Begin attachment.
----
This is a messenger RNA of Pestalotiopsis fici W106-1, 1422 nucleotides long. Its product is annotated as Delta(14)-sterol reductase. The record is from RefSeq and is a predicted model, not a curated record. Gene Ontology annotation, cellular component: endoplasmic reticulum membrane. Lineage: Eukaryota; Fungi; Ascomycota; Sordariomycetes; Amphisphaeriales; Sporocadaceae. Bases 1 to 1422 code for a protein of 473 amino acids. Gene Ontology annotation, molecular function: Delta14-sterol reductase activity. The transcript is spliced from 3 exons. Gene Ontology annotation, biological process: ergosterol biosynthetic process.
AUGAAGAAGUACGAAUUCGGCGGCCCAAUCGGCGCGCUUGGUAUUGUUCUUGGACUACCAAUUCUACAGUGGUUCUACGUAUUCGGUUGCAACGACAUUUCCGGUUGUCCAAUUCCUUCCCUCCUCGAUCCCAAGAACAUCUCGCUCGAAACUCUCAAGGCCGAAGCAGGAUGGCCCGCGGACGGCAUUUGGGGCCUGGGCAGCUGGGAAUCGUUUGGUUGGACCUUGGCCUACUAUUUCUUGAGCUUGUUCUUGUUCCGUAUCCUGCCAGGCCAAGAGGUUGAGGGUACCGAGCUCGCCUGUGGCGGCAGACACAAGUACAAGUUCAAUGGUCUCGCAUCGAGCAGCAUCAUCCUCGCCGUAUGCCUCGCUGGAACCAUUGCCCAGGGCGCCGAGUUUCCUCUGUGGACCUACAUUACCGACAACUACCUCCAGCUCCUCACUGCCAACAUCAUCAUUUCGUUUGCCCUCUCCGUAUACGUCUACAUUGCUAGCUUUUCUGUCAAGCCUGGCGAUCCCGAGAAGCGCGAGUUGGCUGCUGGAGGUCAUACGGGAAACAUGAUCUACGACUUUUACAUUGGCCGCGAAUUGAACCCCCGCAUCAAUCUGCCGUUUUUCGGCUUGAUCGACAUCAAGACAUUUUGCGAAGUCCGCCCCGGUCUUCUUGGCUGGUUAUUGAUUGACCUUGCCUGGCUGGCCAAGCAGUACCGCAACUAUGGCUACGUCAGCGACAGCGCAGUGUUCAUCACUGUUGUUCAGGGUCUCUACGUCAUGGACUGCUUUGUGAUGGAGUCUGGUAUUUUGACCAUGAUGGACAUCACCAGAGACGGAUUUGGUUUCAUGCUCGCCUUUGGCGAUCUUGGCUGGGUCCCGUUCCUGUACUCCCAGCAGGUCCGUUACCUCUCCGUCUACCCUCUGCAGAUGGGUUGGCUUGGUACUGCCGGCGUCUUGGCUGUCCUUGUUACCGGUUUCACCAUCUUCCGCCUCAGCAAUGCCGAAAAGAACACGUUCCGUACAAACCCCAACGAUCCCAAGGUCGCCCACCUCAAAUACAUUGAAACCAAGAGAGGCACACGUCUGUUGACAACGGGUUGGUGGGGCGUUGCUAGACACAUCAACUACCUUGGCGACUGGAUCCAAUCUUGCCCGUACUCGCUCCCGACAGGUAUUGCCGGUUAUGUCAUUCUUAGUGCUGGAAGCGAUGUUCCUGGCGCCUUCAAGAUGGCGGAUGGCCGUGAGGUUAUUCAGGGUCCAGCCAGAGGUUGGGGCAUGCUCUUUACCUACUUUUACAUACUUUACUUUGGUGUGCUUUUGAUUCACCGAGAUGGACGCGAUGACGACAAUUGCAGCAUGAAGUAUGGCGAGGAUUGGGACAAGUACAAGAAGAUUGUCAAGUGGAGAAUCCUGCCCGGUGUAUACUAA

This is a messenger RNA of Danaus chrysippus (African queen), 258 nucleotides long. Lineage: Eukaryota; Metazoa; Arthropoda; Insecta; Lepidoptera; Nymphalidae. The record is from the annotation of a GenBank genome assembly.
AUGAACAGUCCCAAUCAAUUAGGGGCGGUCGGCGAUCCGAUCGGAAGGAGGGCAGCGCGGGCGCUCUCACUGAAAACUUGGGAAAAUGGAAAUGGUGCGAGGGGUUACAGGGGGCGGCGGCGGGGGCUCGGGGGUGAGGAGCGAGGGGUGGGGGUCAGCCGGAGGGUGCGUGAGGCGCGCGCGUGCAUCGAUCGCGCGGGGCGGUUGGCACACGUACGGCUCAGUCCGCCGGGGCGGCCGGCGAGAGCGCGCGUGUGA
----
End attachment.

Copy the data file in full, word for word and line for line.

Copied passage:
This is a messenger RNA of Pestalotiopsis fici W106-1, 1422 nucleotides long. Its product is annotated as Delta(14)-sterol reductase. The record is from RefSeq and is a predicted model, not a curated record. Gene Ontology annotation, cellular component: endoplasmic reticulum membrane. Lineage: Eukaryota; Fungi; Ascomycota; Sordariomycetes; Amphisphaeriales; Sporocadaceae. Bases 1 to 1422 code for a protein of 473 amino acids. Gene Ontology annotation, molecular function: Delta14-sterol reductase activity. The transcript is spliced from 3 exons. Gene Ontology annotation, biological process: ergosterol biosynthetic process.
AUGAAGAAGUACGAAUUCGGCGGCCCAAUCGGCGCGCUUGGUAUUGUUCUUGGACUACCAAUUCUACAGUGGUUCUACGUAUUCGGUUGCAACGACAUUUCCGGUUGUCCAAUUCCUUCCCUCCUCGAUCCCAAGAACAUCUCGCUCGAAACUCUCAAGGCCGAAGCAGGAUGGCCCGCGGACGGCAUUUGGGGCCUGGGCAGCUGGGAAUCGUUUGGUUGGACCUUGGCCUACUAUUUCUUGAGCUUGUUCUUGUUCCGUAUCCUGCCAGGCCAAGAGGUUGAGGGUACCGAGCUCGCCUGUGGCGGCAGACACAAGUACAAGUUCAAUGGUCUCGCAUCGAGCAGCAUCAUCCUCGCCGUAUGCCUCGCUGGAACCAUUGCCCAGGGCGCCGAGUUUCCUCUGUGGACCUACAUUACCGACAACUACCUCCAGCUCCUCACUGCCAACAUCAUCAUUUCGUUUGCCCUCUCCGUAUACGUCUACAUUGCUAGCUUUUCUGUCAAGCCUGGCGAUCCCGAGAAGCGCGAGUUGGCUGCUGGAGGUCAUACGGGAAACAUGAUCUACGACUUUUACAUUGGCCGCGAAUUGAACCCCCGCAUCAAUCUGCCGUUUUUCGGCUUGAUCGACAUCAAGACAUUUUGCGAAGUCCGCCCCGGUCUUCUUGGCUGGUUAUUGAUUGACCUUGCCUGGCUGGCCAAGCAGUACCGCAACUAUGGCUACGUCAGCGACAGCGCAGUGUUCAUCACUGUUGUUCAGGGUCUCUACGUCAUGGACUGCUUUGUGAUGGAGUCUGGUAUUUUGACCAUGAUGGACAUCACCAGAGACGGAUUUGGUUUCAUGCUCGCCUUUGGCGAUCUUGGCUGGGUCCCGUUCCUGUACUCCCAGCAGGUCCGUUACCUCUCCGUCUACCCUCUGCAGAUGGGUUGGCUUGGUACUGCCGGCGUCUUGGCUGUCCUUGUUACCGGUUUCACCAUCUUCCGCCUCAGCAAUGCCGAAAAGAACACGUUCCGUACAAACCCCAACGAUCCCAAGGUCGCCCACCUCAAAUACAUUGAAACCAAGAGAGGCACACGUCUGUUGACAACGGGUUGGUGGGGCGUUGCUAGACACAUCAACUACCUUGGCGACUGGAUCCAAUCUUGCCCGUACUCGCUCCCGACAGGUAUUGCCGGUUAUGUCAUUCUUAGUGCUGGAAGCGAUGUUCCUGGCGCCUUCAAGAUGGCGGAUGGCCGUGAGGUUAUUCAGGGUCCAGCCAGAGGUUGGGGCAUGCUCUUUACCUACUUUUACAUACUUUACUUUGGUGUGCUUUUGAUUCACCGAGAUGGACGCGAUGACGACAAUUGCAGCAUGAAGUAUGGCGAGGAUUGGGACAAGUACAAGAAGAUUGUCAAGUGGAGAAUCCUGCCCGGUGUAUACUAA

This is a messenger RNA of Danaus chrysippus (African queen), 258 nucleotides long. Lineage: Eukaryota; Metazoa; Arthropoda; Insecta; Lepidoptera; Nymphalidae. The record is from the annotation of a GenBank genome assembly.
AUGAACAGUCCCAAUCAAUUAGGGGCGGUCGGCGAUCCGAUCGGAAGGAGGGCAGCGCGGGCGCUCUCACUGAAAACUUGGGAAAAUGGAAAUGGUGCGAGGGGUUACAGGGGGCGGCGGCGGGGGCUCGGGGGUGAGGAGCGAGGGGUGGGGGUCAGCCGGAGGGUGCGUGAGGCGCGCGCGUGCAUCGAUCGCGCGGGGCGGUUGGCACACGUACGGCUCAGUCCGCCGGGGCGGCCGGCGAGAGCGCGCGUGUGA